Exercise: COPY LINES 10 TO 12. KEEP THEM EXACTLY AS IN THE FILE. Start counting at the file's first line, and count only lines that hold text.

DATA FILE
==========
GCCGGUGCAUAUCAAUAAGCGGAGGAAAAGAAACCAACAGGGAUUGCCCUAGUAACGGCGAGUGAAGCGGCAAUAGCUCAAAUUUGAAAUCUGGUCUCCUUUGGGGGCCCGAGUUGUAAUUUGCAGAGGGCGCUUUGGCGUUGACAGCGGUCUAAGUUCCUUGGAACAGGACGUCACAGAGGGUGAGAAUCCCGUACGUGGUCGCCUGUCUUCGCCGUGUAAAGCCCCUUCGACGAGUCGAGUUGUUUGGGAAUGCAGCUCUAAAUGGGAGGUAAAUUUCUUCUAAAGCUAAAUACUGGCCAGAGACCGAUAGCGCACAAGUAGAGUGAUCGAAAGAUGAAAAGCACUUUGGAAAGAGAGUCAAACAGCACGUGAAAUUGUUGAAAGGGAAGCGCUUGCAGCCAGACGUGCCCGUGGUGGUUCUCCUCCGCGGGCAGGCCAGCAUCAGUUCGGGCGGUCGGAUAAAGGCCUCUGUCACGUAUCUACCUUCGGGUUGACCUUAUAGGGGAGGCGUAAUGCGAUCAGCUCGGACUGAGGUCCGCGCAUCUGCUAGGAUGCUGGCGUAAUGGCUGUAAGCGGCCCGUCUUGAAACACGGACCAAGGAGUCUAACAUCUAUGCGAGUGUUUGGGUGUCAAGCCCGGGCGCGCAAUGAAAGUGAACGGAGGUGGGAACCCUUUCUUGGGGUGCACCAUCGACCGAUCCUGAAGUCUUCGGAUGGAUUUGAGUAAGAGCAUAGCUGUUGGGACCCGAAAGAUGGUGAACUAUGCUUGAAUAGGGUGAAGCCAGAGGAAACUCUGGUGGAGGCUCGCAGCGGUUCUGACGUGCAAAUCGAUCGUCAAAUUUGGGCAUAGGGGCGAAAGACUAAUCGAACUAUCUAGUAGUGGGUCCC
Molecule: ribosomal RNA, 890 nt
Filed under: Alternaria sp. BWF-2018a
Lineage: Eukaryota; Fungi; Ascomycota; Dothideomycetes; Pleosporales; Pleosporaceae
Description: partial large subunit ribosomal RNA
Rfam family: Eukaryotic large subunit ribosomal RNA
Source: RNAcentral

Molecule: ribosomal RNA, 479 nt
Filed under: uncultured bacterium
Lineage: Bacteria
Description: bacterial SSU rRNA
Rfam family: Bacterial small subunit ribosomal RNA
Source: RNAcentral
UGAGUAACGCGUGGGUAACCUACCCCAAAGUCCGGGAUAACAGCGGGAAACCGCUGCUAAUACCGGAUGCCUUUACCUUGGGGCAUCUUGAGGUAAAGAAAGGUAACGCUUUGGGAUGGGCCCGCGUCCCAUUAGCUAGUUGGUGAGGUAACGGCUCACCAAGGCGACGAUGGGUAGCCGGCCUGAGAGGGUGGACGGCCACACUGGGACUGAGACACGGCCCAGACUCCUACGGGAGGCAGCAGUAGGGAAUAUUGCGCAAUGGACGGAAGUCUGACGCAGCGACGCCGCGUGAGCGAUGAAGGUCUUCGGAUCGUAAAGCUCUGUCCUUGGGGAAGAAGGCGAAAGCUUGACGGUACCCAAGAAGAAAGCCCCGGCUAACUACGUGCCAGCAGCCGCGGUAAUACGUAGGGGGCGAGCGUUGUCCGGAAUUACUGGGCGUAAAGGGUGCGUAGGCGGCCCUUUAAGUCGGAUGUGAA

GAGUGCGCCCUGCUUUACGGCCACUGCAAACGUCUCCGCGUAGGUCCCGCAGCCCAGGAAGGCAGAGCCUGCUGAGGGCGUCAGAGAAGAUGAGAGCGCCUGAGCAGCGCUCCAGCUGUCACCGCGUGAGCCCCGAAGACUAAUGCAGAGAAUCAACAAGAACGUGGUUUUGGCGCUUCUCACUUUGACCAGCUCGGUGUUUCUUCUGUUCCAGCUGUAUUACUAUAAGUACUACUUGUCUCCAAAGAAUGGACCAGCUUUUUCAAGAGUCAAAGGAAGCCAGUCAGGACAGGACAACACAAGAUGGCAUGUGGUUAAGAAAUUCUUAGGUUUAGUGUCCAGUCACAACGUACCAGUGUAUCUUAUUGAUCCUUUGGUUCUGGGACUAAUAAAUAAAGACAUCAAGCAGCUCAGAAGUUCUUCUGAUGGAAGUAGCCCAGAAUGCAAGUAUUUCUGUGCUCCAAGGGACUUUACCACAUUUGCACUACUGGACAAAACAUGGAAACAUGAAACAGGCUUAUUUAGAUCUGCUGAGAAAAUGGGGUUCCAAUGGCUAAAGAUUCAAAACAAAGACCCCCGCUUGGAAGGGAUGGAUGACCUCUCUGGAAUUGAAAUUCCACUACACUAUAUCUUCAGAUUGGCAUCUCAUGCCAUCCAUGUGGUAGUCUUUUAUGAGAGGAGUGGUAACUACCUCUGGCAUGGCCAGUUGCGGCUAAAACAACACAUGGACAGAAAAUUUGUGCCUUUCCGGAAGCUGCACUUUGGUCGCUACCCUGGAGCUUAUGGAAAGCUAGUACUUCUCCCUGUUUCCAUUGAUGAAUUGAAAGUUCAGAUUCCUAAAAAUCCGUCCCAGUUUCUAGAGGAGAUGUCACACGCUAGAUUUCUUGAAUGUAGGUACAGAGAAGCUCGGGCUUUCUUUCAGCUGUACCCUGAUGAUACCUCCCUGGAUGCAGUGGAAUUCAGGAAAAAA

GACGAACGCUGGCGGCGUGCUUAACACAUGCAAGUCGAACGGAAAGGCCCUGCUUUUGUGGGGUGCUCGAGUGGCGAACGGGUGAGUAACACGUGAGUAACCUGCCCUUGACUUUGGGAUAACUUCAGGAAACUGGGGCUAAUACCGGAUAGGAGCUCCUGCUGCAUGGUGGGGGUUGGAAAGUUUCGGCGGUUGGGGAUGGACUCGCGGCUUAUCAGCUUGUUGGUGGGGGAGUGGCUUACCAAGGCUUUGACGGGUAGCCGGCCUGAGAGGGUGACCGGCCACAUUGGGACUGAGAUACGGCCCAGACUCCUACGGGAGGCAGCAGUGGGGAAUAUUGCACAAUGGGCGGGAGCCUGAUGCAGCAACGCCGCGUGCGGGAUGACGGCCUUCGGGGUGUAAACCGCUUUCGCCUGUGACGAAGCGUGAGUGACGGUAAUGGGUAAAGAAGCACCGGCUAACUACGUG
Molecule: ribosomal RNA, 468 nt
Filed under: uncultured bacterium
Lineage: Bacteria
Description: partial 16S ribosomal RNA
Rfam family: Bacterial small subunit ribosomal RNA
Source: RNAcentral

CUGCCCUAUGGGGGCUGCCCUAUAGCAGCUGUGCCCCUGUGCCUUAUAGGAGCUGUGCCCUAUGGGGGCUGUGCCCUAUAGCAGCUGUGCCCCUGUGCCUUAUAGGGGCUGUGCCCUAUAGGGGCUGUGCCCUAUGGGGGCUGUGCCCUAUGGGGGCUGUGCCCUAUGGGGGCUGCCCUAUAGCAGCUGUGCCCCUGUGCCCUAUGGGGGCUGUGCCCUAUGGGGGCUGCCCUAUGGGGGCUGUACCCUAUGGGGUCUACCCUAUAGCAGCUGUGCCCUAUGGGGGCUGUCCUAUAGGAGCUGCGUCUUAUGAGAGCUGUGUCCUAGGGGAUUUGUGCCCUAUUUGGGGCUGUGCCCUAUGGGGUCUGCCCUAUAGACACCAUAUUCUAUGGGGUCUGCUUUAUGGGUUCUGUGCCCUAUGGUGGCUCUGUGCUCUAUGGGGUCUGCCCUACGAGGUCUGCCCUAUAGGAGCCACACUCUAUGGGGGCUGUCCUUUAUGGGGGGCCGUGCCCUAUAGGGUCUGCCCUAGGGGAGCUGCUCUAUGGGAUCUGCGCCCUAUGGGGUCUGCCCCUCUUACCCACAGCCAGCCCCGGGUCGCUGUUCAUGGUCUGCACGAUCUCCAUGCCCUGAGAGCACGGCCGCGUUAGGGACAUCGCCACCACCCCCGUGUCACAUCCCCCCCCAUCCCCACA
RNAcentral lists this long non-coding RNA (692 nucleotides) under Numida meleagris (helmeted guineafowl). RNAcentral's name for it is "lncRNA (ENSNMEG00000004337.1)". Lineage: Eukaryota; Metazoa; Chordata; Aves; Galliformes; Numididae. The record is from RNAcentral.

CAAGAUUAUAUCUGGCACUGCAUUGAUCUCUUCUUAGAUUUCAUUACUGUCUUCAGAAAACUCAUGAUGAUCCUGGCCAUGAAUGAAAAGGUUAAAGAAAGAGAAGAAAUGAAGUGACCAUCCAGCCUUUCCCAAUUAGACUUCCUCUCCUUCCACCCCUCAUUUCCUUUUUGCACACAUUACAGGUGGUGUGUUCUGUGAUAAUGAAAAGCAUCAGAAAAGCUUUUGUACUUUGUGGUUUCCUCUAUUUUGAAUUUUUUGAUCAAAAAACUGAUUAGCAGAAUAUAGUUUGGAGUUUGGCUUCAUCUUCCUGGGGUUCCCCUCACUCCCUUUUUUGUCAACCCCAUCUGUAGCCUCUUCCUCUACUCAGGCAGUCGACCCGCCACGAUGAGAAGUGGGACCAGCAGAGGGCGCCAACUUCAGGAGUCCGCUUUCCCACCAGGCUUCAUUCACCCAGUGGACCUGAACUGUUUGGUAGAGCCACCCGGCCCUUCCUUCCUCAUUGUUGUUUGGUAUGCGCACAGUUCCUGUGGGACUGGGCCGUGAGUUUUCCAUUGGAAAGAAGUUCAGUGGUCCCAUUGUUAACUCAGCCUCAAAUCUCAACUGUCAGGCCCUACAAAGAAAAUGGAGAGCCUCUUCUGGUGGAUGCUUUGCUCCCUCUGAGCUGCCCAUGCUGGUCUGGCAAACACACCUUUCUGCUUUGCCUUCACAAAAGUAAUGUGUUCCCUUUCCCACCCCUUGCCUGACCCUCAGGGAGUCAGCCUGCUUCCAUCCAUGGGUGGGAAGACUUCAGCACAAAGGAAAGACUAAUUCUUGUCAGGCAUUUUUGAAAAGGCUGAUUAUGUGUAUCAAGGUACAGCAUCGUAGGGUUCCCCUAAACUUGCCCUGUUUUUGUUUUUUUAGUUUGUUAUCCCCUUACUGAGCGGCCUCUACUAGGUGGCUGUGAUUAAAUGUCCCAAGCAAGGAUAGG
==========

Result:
Lineage: Bacteria
Description: bacterial SSU rRNA
Rfam family: Bacterial small subunit ribosomal RNA